Metro Transit wanted to put a lot at the busy interchange five years ago, but Little Canada, Maplewood, Roseville and Ramsey County Public Works denied the request, citing concern from St. Jude’s, Little Canada’s largest employer, that such a lot would compound traffic problems. Now, with a reconfigured interchange and better traffic flow, they’re on board.

These cities hold a thousand stories.  And even worse, they hold a thousand governmental bodies, all overlapping each other and rubbing shoulders and sharing drinks and sometimes exchanging words, and you know it’s only a matter of time before they’re exchanging blows.  It’s all too easy for a medical device company to worm their way in and play city against county against state, feeding their auto-addiction and pushing bikes, peds and transit to the floor.  Poor Diamond never had a chance.

St. Jude's prevented the construction of this $2m park-and-ride until the state first built a $35m interchange. Meanwhile, the sidewalk still ends 200 feet away from nearby Harambee Elementary School.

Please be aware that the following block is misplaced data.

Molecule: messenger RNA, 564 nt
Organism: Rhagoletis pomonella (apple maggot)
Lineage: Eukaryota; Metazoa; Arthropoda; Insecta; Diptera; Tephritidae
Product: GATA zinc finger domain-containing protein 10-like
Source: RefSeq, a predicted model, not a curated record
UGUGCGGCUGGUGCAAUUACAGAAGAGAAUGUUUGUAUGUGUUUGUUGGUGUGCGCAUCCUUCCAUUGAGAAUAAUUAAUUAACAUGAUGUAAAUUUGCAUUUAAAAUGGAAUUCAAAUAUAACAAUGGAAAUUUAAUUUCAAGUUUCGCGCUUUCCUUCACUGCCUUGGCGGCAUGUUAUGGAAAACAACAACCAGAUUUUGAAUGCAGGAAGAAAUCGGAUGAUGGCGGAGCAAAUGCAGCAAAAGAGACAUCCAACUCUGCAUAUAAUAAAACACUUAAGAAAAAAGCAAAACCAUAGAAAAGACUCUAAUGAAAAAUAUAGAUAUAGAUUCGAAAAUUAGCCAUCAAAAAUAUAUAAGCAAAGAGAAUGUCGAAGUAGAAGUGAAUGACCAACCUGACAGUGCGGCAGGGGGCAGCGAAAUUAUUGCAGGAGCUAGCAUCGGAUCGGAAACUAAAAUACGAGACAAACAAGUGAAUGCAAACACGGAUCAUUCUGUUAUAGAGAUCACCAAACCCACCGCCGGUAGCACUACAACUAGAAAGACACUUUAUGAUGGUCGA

Promising Promises

A sight for sore eyes

I was greeted at the top of the stairs by a smiling face.  “Here for the Metro Transit meeting?” the first Greeter asked before directing me down to the basement of the Midtown Exchange building on a journey to a conference room in the deepest bowels of the hulking structure, guided only by my wits, a second Greeter, a week’s supply of pemmican, and a distant signboard, on which through the haze could be made out a map of the Twin Cities Metro marked with bold yellow lines: the candidate corridors for Arterial Transitways.

Upon entry to the conference room, it quickly became evident how Metro Transit could afford two Greeters for their meeting.  There were probably 10 staff members there, and in the hour or so I was at the meeting the ratio of public to staff briefly was as high as 1:1.  The effect was that the meeting was a walking, talking version of the overview pdf on Metro Transit’s website.  It took me an hour to peruse the 20 or so signboards because every 5-10 minutes a staff member would approach me to ask what I thought.